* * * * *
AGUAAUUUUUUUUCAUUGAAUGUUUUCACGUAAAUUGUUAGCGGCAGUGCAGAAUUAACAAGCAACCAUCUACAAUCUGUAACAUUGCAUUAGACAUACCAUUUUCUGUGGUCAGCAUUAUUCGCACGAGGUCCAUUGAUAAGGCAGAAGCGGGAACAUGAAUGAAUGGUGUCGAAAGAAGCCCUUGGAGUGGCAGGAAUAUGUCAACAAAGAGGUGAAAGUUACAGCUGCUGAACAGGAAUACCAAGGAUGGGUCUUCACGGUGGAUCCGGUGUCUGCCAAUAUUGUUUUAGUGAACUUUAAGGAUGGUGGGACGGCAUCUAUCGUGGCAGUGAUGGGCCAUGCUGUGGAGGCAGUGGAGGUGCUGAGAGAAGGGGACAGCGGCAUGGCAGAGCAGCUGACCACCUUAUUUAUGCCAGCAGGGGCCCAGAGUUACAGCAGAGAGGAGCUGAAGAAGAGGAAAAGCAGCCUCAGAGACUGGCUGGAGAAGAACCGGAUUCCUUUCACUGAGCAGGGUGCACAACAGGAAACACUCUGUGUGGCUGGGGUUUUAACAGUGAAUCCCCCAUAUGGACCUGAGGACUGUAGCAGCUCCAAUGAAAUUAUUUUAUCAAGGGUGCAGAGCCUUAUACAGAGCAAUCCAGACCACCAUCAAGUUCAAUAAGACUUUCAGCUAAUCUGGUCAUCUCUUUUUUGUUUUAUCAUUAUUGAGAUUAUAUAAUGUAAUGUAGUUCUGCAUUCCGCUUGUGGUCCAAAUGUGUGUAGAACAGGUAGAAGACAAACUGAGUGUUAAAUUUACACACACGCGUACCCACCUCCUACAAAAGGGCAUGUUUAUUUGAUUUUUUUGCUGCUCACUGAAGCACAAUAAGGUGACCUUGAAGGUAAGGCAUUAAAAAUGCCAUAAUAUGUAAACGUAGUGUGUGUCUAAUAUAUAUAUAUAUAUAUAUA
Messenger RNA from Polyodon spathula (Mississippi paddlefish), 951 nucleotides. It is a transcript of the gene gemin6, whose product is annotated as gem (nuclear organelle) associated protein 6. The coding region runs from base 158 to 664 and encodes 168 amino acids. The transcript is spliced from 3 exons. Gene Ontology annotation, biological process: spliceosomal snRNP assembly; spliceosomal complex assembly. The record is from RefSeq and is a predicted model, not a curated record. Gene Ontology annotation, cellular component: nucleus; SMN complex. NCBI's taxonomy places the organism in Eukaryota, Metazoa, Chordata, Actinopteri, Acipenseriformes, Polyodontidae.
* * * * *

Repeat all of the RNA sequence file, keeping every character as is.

AGUAAUUUUUUUUCAUUGAAUGUUUUCACGUAAAUUGUUAGCGGCAGUGCAGAAUUAACAAGCAACCAUCUACAAUCUGUAACAUUGCAUUAGACAUACCAUUUUCUGUGGUCAGCAUUAUUCGCACGAGGUCCAUUGAUAAGGCAGAAGCGGGAACAUGAAUGAAUGGUGUCGAAAGAAGCCCUUGGAGUGGCAGGAAUAUGUCAACAAAGAGGUGAAAGUUACAGCUGCUGAACAGGAAUACCAAGGAUGGGUCUUCACGGUGGAUCCGGUGUCUGCCAAUAUUGUUUUAGUGAACUUUAAGGAUGGUGGGACGGCAUCUAUCGUGGCAGUGAUGGGCCAUGCUGUGGAGGCAGUGGAGGUGCUGAGAGAAGGGGACAGCGGCAUGGCAGAGCAGCUGACCACCUUAUUUAUGCCAGCAGGGGCCCAGAGUUACAGCAGAGAGGAGCUGAAGAAGAGGAAAAGCAGCCUCAGAGACUGGCUGGAGAAGAACCGGAUUCCUUUCACUGAGCAGGGUGCACAACAGGAAACACUCUGUGUGGCUGGGGUUUUAACAGUGAAUCCCCCAUAUGGACCUGAGGACUGUAGCAGCUCCAAUGAAAUUAUUUUAUCAAGGGUGCAGAGCCUUAUACAGAGCAAUCCAGACCACCAUCAAGUUCAAUAAGACUUUCAGCUAAUCUGGUCAUCUCUUUUUUGUUUUAUCAUUAUUGAGAUUAUAUAAUGUAAUGUAGUUCUGCAUUCCGCUUGUGGUCCAAAUGUGUGUAGAACAGGUAGAAGACAAACUGAGUGUUAAAUUUACACACACGCGUACCCACCUCCUACAAAAGGGCAUGUUUAUUUGAUUUUUUUGCUGCUCACUGAAGCACAAUAAGGUGACCUUGAAGGUAAGGCAUUAAAAAUGCCAUAAUAUGUAAACGUAGUGUGUGUCUAAUAUAUAUAUAUAUAUAUAUA
Messenger RNA from Polyodon spathula (Mississippi paddlefish), 951 nucleotides. It is a transcript of the gene gemin6, whose product is annotated as gem (nuclear organelle) associated protein 6. The coding region runs from base 158 to 664 and encodes 168 amino acids. The transcript is spliced from 3 exons. Gene Ontology annotation, biological process: spliceosomal snRNP assembly; spliceosomal complex assembly. The record is from RefSeq and is a predicted model, not a curated record. Gene Ontology annotation, cellular component: nucleus; SMN complex. NCBI's taxonomy places the organism in Eukaryota, Metazoa, Chordata, Actinopteri, Acipenseriformes, Polyodontidae.